The Cathedral Arts Series at Christ Church Cathedral wound down its season Saturday night with an evening of famous opera arias and duets. Soprano Katherine Whyte and tenor Jean-Philippe Fortier-Lazure were given carte blanche to program whatever they liked. The resulting menu skewed heavily and conventionally Italian, with a sprinkling of French and English bonbons thrown in for good measure.
With operatic offerings few and far between in Ottawa, you would have expected a larger audience. Perhaps the conflict with Seventeen Voyces’ production of Venus and Adonis was a factor — I can only hope they had a fuller house.
Of the two singers, Whyte had the more impressive and reliable instrument. The voice is large and brilliant, edging into dramatic coloratura territory with a full, expressive vibrato, excellent extension above high C, tightly handled runs, and a smoldering, sensual chest register. Whyte certainly set off all the requisite Verdian fireworks in Sempre Libera (Traviata) and Caro Nome (Rigoletto) and her Chi bel sogno from Puccini’s La Rondine offered luscious lines and exquisitely floated high notes.
However, singers can sometimes struggle with the dramatic dilemmas of presenting opera arias in recital: should they be acted out fully? Sung straight? Something in between? This is where Whyte was led astray. Her gestures and facial expressions were not only overdone for the venue and small audience, they were sometimes at odds with the music.
Ah, je res — the famous Jewel Song from Gounod’s Faust — was a case in point. Instead of a pious, virginal “good girl” wonderingly succumbing to vanity for the first time in her life, we were treated to a campy, confident, look-at-me display worthy of Manon’s Gavotte or Glitter and be Gay. The same was true of Floyd’s Ain’t it a pretty night, rapturously sung but eccentrically mimed, with Whyte channeling Celine Dion by repeatedly smacking herself in the chest, and wagging her pointer finger at the sky. It was all very overwrought.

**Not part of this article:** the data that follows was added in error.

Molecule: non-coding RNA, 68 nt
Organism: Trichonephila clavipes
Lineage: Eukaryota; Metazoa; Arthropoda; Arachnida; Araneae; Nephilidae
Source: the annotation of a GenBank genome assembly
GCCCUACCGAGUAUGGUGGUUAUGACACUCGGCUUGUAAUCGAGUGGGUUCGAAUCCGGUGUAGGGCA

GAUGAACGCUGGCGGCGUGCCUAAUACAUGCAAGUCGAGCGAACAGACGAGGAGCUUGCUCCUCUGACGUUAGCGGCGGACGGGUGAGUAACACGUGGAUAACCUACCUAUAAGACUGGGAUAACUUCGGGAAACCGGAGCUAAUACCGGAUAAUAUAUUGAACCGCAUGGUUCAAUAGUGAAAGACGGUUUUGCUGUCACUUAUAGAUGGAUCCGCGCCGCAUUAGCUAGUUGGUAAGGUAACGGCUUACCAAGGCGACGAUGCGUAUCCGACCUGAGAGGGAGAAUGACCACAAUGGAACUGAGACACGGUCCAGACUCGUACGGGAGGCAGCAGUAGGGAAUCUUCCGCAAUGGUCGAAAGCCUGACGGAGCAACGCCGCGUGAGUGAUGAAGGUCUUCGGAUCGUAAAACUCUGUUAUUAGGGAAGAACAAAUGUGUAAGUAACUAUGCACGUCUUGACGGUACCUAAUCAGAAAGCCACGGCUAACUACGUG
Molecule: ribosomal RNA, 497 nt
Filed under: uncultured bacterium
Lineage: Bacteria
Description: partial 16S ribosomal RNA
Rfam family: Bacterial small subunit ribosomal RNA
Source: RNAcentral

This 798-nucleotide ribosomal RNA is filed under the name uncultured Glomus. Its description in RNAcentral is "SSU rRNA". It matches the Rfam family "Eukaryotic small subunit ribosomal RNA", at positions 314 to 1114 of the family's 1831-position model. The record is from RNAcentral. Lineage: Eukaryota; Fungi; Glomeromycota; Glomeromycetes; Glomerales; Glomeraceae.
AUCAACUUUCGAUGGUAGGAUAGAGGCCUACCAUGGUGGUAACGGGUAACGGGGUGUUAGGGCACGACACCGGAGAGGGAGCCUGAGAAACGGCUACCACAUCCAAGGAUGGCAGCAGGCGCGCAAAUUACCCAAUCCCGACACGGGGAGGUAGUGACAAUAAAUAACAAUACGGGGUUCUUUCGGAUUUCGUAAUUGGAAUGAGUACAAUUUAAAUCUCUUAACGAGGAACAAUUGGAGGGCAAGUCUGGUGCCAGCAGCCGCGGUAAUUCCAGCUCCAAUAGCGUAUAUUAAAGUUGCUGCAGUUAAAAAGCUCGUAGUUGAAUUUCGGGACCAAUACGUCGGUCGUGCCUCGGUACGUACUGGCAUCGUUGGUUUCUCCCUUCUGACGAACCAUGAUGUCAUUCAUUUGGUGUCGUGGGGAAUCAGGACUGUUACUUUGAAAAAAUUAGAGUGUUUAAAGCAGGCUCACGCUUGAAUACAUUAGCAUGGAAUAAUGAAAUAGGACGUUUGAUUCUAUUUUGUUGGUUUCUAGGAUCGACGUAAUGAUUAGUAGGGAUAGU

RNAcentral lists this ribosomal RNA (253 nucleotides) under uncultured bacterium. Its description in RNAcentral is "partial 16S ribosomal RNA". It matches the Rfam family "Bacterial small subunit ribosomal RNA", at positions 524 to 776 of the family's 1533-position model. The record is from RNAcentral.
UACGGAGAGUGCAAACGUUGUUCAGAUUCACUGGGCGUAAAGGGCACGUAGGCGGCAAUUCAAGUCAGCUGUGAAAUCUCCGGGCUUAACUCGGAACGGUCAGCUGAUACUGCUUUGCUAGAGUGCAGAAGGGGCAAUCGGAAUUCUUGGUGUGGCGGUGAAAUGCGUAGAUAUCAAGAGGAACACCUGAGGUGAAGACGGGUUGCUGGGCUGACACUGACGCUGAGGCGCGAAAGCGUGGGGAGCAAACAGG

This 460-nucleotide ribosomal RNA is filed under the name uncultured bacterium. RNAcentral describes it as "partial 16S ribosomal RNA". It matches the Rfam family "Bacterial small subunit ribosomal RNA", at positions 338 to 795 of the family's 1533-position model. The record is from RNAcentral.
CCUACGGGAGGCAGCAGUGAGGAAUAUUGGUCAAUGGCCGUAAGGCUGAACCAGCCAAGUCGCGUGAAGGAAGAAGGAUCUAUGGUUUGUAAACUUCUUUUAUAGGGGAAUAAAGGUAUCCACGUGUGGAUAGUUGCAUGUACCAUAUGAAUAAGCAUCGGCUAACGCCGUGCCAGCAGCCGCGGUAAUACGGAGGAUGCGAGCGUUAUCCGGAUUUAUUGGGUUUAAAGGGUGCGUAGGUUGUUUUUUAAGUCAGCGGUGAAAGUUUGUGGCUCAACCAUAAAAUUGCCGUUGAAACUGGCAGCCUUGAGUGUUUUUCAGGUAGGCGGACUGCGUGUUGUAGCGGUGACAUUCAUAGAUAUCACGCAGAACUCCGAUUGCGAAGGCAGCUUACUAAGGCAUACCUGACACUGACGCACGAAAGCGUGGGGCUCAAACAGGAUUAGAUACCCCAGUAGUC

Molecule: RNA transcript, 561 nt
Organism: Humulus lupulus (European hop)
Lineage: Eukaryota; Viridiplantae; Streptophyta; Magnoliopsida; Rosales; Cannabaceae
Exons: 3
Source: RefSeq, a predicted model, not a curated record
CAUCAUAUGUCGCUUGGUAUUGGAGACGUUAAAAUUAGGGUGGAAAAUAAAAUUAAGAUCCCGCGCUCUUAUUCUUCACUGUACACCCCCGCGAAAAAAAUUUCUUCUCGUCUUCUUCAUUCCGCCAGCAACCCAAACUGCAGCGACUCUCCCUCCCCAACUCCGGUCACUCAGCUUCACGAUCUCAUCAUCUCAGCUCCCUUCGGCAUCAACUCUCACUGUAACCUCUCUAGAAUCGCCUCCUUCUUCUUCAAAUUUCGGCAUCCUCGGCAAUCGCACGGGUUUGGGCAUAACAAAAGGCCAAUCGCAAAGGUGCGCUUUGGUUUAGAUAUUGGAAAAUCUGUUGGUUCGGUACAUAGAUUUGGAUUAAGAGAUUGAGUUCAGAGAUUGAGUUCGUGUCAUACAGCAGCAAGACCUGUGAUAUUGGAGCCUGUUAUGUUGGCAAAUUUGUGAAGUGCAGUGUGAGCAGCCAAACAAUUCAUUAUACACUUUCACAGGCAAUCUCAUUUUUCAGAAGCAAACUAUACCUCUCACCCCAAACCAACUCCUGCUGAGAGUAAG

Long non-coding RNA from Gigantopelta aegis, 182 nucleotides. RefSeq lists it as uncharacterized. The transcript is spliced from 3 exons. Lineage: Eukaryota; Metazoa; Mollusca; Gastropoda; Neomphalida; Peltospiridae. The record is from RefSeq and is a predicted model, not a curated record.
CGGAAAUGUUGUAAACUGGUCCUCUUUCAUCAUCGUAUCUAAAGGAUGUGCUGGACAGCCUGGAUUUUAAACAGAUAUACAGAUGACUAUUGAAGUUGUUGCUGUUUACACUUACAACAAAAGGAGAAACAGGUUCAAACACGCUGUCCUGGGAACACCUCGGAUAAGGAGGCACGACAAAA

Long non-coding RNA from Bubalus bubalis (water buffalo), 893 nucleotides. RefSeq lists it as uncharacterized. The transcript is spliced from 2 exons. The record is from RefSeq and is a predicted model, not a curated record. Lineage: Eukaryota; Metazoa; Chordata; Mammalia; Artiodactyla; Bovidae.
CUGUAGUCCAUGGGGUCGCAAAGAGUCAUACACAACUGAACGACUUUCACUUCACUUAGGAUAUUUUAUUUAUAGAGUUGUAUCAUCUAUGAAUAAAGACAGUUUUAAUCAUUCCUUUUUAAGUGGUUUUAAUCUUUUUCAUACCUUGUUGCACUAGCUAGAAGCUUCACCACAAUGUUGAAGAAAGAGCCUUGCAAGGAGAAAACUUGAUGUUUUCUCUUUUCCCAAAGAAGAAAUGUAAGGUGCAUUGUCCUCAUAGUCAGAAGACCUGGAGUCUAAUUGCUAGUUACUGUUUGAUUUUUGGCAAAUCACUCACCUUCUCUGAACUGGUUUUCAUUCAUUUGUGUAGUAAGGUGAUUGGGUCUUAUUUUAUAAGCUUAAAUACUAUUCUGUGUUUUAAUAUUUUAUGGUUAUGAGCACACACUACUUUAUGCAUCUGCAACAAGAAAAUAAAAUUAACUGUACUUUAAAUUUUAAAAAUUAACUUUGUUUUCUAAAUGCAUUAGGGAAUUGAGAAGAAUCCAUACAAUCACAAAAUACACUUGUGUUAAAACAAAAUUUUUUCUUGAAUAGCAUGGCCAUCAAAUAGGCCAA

The more restrained, natural Fortier-Lazure seemed to have a moderating influence, as she curbed her worst excesses in their duets. Their scene together from Verdi’s Falstaff was a pleasure to watch and a delight to hear. But elsewhere, Fortier-Lazure, who is appearing in Louis Riel at the NAC later in June, was inconsistent.
In Il mio tesoro (Nozze), his support seemed to simply collapse, and too many extra breaths broke up the phrasing in Handel’s Where’er you walk. Some high notes broke apart, but others were astonishingly good, ringing and multicoloured. Quanto e bella and Una furtiva lagrima from Donizetti’s L’Elisir d’amore oozed Italian romance — Fortier-Lazure’s Nemorino would be worth seeing. But his Sei il mio nome (Barbiere) was so wishy-washy it would have put poor Rosina to sleep instead of seducing her. His highlight of the evening was the lilting Gounod Serenade. Although the shift into head voice was not always smooth, and I thought his arpeggios could have been lighter and more graceful, he delivered it with tons of charm and tender-hearted feeling. This French chanson is usually performed by baritones, and it’s always refreshing to hear it done by a tenor — the effect is more youthful and innocent.
The able Matthew Larkin accompanied the singers, and even pitched in on recitative duty.
There may not have been many listeners, but those that turned out were enthusiastic and appreciative, earning the Tonight duet from West Side Story as an encore,